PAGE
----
Under the traditional approach to S&OP, it can take upwards of two weeks to compile data. “By the time you get in front of the management team, that data has already changed,” Beveridge says. Qualcomm has adapted S&OP to a weekly cycle, under which it has more frequent discussions with key decision makers. They focus on the state of the company’s supply and demand balance, with an eye toward making “immediate course changes” if necessary. The company also conducts monthly S&OP meetings that focus on longer-range issues.

Watch now: What’s Wrong With Traditional S&OP?

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A Brief Report on the Pharmaceutical Innovation in Manufacturing Summit

HansVelthuizen

This week I attended the 5th Annual Pharmaceutical Innovation in Manufacturing Summit near Heathrow. Although the conference was situated in the Edwardian style Radisson hotel neatly decorated with Persian rugs, brass-railed staircases and chandeliers, the location stood in sharp contrast with the innovative character of the Summit.

The objective of the summit was to provide an open forum for highly insightful presentations that span a broad range of topics critical to the biologics field. It was a two-day gathering dedicated to cutting edge technology, innovation and strategy across the entire small molecule & biopharmaceutical manufacturing process.

As good as the sessions were, I always find the networking opportunities the most useful at these kinds of summits. There was plenty of room during dinners and lunch breaks to discuss new ideas with industry peers. Seeing a lot of familiar faces you realize that the pharmaceutical supply chain is a small world.

Distinctive of this summit was the wide variety of topics and themes that passed these two days. Topics that were discussed ranged from strategic supply chain challenges to operational packaging and labeling processes and techniques. While there are undoubtedly some topics relevant for each participant, it seemed very well possible this broad setup of event missed its goal.

Kinaxis was present with a booth and Laura Dionne, Senior Director, Worldwide Operations Planning at TriQuint gave a well-received presentation titled ‘A Healthy Dose of Chips: Supply Chain Lessons for Life Sciences’. In this presentation Laura discussed the similarities between pharmaceutical and Semiconductor supply chains and also the solutions that can be applied for addressing similar challenges.

triquint supply chain journey

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What If You Could Take The Guesswork Out Of Forecast Planning? Guest Post from Osgood Vogler

MelissaClow
  • by Melissa Clow
  • Published

Osgood Vogler Celestica Supply Chain Managed ServicesOur partner Celestica recently published the following article, ‘What If You Could Take The Guesswork Out Of Forecast Planning?’. The author, Osgood Vogler, Director, Analytics, Celestica Supply Chain Managed Services, describes an insight-based demand management process:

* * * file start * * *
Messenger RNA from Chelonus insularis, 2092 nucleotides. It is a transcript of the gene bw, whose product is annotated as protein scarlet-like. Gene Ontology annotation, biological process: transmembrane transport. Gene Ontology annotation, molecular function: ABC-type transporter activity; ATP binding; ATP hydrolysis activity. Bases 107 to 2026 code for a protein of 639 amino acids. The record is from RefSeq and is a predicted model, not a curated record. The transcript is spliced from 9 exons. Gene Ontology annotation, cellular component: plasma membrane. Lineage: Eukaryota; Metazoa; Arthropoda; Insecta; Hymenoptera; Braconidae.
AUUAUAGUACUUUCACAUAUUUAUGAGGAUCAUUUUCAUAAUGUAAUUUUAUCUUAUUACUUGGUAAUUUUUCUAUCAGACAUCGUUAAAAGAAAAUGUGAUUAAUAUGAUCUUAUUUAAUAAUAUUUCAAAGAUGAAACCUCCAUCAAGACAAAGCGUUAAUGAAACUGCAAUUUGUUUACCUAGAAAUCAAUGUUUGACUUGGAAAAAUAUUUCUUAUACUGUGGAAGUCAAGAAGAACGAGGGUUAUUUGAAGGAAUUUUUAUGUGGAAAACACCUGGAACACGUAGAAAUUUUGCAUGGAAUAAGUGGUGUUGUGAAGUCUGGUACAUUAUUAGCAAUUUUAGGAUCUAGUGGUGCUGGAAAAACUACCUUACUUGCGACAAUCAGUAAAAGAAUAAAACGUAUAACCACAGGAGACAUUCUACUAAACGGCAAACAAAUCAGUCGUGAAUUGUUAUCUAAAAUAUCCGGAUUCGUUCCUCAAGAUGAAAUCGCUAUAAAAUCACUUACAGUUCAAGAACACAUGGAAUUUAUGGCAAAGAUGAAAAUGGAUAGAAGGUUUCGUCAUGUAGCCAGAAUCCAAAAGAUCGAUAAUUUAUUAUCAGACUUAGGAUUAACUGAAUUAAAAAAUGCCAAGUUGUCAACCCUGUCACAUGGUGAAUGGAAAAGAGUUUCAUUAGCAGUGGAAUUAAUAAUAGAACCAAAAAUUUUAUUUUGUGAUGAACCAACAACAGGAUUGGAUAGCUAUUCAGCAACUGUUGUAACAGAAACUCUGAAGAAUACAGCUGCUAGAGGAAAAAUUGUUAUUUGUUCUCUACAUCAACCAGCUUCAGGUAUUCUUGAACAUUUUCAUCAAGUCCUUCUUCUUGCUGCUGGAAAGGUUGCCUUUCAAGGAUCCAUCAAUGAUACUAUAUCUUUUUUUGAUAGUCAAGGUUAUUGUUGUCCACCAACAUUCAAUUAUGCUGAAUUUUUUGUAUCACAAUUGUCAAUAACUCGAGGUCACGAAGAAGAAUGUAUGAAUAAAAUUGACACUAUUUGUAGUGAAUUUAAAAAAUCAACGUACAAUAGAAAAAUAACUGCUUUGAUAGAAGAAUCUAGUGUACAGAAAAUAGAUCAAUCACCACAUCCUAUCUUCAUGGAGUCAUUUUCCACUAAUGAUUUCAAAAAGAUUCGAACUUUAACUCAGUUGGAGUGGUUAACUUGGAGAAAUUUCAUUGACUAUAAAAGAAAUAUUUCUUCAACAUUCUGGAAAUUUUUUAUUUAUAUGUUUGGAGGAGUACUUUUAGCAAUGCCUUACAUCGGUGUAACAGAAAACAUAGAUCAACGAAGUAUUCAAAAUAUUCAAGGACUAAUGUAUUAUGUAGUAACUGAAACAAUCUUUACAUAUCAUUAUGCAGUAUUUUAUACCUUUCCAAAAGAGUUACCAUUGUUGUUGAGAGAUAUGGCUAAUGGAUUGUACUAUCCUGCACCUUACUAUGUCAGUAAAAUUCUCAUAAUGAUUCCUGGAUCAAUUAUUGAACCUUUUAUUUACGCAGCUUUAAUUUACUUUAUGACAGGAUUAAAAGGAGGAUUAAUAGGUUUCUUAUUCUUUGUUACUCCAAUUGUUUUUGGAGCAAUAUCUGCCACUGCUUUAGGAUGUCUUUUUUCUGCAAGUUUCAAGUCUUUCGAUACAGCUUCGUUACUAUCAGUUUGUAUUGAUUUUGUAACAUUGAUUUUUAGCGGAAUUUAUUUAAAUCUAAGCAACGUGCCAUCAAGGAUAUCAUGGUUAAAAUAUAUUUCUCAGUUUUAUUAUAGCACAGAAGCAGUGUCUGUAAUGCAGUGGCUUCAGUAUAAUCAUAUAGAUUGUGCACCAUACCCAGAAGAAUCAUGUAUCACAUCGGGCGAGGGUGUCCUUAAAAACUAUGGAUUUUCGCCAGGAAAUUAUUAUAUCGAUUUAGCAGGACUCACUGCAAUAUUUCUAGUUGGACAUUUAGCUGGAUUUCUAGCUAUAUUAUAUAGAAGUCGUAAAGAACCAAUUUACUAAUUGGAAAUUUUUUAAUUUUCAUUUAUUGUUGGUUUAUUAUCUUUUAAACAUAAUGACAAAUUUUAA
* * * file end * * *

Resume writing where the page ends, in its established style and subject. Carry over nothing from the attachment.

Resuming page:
So, how do you take the guesswork out of forecast planning? Let’s find out.

Demand planning has a big impact on business performance. Planning error can put revenue at risk by driving component shortages. Persistent planning biases can tie up cash by driving excess inventory. Furthermore, the act of planning and dealing with planning error is time consuming and drives costly overhead. In fact, it is common for supply chain management executives to cite “planning errors” as the greatest obstacle they face to achieving their goals and objectives.

The factors which impact demand management and forecasting are nearly endless. Uncertainty in end markets, shifts in the competitive landscape, constant time-to-market pressure, economic volatility, geopolitical and environmental issues all play a role in component shortages, excess stock and lost revenue. Given this volatility, it is not surprising that organizations are struggling to make effective demand predictions.

To avoid the financial risks associated with planning errors, supply chain leaders and manufacturers should consider building an “insight-based” demand planning process, which brings together analytical tools and data with key human inputs across various functions. This “next generation” demand management approach will allow supply chain operations to evolve and scale with the ever growing volatility and uncertainty of today’s markets.

The insight-based demand management process contains several key principles.

One size does not fit all
One solution is never going to address every challenge an SCM executive will face, so it is important to determine the best approach for your supply chain through segmentation.

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Celestica’s Top Priorities for Improving Forecast Accuracy – SupplyChainBrain & Kinaxis Video Series

MelissaClow
  • by Melissa Clow
  • Published

SupplyChainBrain attended our annual Kinexions user conference, and while there, they completed a number of video interviews with customers, analysts, and Kinaxis executives. And, we’d like to share them!

In this interview, hear Jeff Murphy, director of supply chain managed services with Celestica, describe how the company has improved forecast accuracy and demand visibility, against this backdrop of industry transformation.

Celestica has identified three main priorities in its effort to achieve supply-chain transformation: improving forecast accuracy in the face of growing demand volatility, acquiring visibility of product and optimizing of inventory at multiple locations, and synchronizing the chain from end to end.

“Having visibility is one thing,” says Murphy. “But knowing the cause of everything, with a system solution that synchronizes the entire supply chain, is key to our clients.”

Check out: Celestica’s Top Priorities for Improving Forecast Accuracy